Before Negotiating Archives

Performance Improvement Plan a Fraud? – Here’s 12 Clear Indicators

Published on December 28th, 2016 by Alan L. Sklover

 
“Corrupt politicians make the other 10 percent look bad.”

– Henry Kissinger

ACTUAL CASE HISTORY: As readers of this blogsite know, it is my professional opinion that at least 90% of Performance Improvement Plans (“PIPs”), also called Performance Enhancement Plans (“PEPs”), are fraudulent at their very core. You might be thinking “Gee, isn’t the word ‘fraud’ a little harsh? And might that “90%” be a little exaggerated?”

As an employment attorney of 30+ years, I don’t think the word “fraud” or the number 90% are one bit harsh or exaggerated, although I do appreciate that “fraud” is a “hot-button” word. It’s a serious word, not to be used lightly, and never where unjustified. But if the word is accurate, applicable, and appropriate, well, that is the word I believe should be used.

A fraud is commonly defined as “an intentional misstatement or mischaracterization of fact intended to induce action by another person to his or her detriment.” Fitting that description, I have found most Performance Improvement Plans are designed to (a) create a false record, to (b) intimidate, humiliate and infuriate employees, (c) to induce them to quit, get sick, or engage in misconduct, (d) to achieve their resigning or engaging in misconduct, all to (e) reduce headcount without severance or risk of lawsuit.

What SHOULD a Performance Improvement Plan be? Simple: a Plan to help the employee to Improve his or her Performance. Just like it is fraudulent to induce someone to buy a cat that is really a dog, so too is it fraudulent to call something a PIP if it is not a Plan designed to help an employee Improve his or her Performance.

Most often, a Performance Improvement Plan is an exercise designed and supervised by Human Resources to assist management in terminating an employee. It is a false “paper trail” to justify terminating an employee, or to induce an employee to resign instead of being fired, thus saving the employer both the expense of severance and risk of a potential lawsuit.

These days many employers are using Performance Improvement Plans to lay off employees – sometimes entire departments – by, first labeling each one a “performance issue” and an “unsuccessful PIP.” I know of one large law firm that seems to be doing this each week to lower headcount of younger associates without incurring “bad publicity.”

So how do you know if a PIP is fraudulent, and how can you demonstrate that to others?

LESSON TO LEARN: How does a doctor make a diagnosis of an illness? How do police determine if a crime has been committed? And how can an employee demonstrate to others that his or her Performance Improvement Plan is fraudulent? All in the same way: by (a) reviewing and sharing the available data, (b) identifying and describing its false nature, and (c) explaining how it is being used to create false conclusions.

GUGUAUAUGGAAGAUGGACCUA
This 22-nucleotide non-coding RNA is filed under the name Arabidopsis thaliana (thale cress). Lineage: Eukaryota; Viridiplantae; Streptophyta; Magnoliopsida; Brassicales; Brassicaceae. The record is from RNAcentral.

The “available data” that shows a Performance Improvement Plan is fraudulent – of, if you wish, false, a misrepresentation or mischaracterization – is set forth in the PIP, itself. There are four general categories of such fraud, and within those four general categories – set forth below – a total of 12 “fraud indicators” you can use.

Identify these, describe them, and then share them with Senior Management when you “push back” against a PIP. By doing so, you will be far more likely to have all the leverage you need to either survive that Performance Improvement Plan, or get a fair severance package as a result of your doing so.

If your PIP is truly a Plan to help you Improve your Performance, then these “Indicators of PIP Fraud” should not be present in your Plan’s objectives, procedures, timetable, operation, mechanics or goals.

WHAT YOU CAN DO: If faced with a Performance Improvement Plan that you know to be unjustified to begin with, and then impossible to succeed in no matter how hard you try, push back by noting that is fraudulent. If the “fraud” word is too harsh for you, then use equivalent phrases such as “intentional misrepresentation,” “false and mischaracterizing,” or “intentional deception.”

Here are the 12 most common indicators of “Fraud by PIP,” and the particular words and phrases you can use to identify and describe them in your “PIP Push Back” memo to a member of your employer’s Senior Management:
Read the rest of this blog post »

FMLA – Great Tool to E-x-t-e-n-d Employment

Published on March 1st, 2016 by Alan L. Sklover

“ The cure for anger is delay.”

– Seneca

THREE BRIEF ACTUAL CASE HISTORIES: (1) Aquilino was a well known agricultural economist employed by an industry trade organization in Washington, D.C. His work visa was sponsored by his employer, and by the terms of his visa, if he was no longer employed by his employer, he and his family would have to return to their home country within ten (10) days. After a new Executive Director was hired who did not seem to be a “fan” of his, Aquilino had concerns that his position was insecure. Losing his job would entail Aquilino and his family having to depart the U.S. almost immediately. Aquilino and his family, however, wanted to remain in the Washington, D.C. area. Aquilino needed to find a new position before he might be laid off. He just needed some time.

(2) Margaret was a bond analyst for a large international bank. Over the years she had been awarded a significant amount of stock options. Each year, a large number of options vested. However, if she lost her position she would no longer be eligible for stock option vesting. In just six weeks, a very large number of stock options would vest. However, after receiving a poor review, she was concerned she might be let go before they vested. Margaret needed to remain employed for another six weeks. She just needed some time.

(3) Kevin and his wife had made all arrangements to adopt a child, which was scheduled to take place in about sixty days. At work, without warning, Kevin was placed on a Performance Improvement Plan (sometimes called a “PIP”), which contained a warning that, unless his performance improved “completely” in just 30 days, he could expect to be terminated. The problem was this: if he was no longer employed, the adoption process would come to an immediate halt. Kevin just needed to remain employed for 60 days, in order to complete the adoption process. He just needed some time.